“It is not engineers who design or the other way round. The key in the Industrial Design Engineering program is to prepare professionals with competence that better meets the needs of industry and businesses.

Defined in brief, an Industrial Design Engineer would be a ‘creative engineer’. This engineer has competence in innovative design, materials and technology. These three main pillars are combined in all successful companies. Industrial design skills have originally been very close to engineering skills. That is why the new term ‘Industrial Design Engineer’ does not mean a radical change in the professional profile of an industrial designer. Actually, it is more about a return to roots. Originally, industrial designers have been primarily design engineers, not artists.

The Industrial Design Engineer program is the only one of its kind in Finland, and one of a few in Europe. I see it as opening up a wealth of possibilities for both students and industry. In the future, we intend to combine creativity and engineering skills even more closely, in collaboration with LAB University of Applied Sciences.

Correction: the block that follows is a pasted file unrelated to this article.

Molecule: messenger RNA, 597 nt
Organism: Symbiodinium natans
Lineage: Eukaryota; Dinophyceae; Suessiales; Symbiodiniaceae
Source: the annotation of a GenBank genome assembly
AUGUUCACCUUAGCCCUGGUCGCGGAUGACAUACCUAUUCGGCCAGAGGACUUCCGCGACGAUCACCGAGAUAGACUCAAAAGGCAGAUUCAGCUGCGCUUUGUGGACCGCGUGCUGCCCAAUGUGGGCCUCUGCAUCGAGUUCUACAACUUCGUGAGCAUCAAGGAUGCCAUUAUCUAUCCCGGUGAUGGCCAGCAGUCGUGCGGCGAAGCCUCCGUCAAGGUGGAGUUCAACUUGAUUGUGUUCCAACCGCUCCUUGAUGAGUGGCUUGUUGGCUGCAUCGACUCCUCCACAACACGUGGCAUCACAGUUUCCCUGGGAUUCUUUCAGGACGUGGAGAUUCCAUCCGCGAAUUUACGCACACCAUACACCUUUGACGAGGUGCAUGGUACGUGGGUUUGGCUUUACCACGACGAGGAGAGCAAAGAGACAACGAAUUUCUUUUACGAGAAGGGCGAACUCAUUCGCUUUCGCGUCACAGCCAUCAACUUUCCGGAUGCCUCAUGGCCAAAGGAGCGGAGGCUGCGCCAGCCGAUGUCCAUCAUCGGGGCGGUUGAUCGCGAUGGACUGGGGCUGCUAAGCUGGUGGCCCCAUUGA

LAB’s Design Institute has the best facilities and 50 years of experience in educating designers in various fields. LUT University has the same merits in production technology. Students graduating with this combination will be able to work in top product development positions in big international companies.”

Ihminen, jolla vr-lasit päässä
Kuva: Meeri Lehto / Metropolia Ammattikorkeakoulu

Will design move completely from a physical to a digital environment?

Karolina NortevaKaroliina Norteva designs interior decoration products and furniture, and is a third year student in the XR Design program at Metropolia University of Applied Sciences. Designers who have completed the program create innovative content for virtual and XR environments.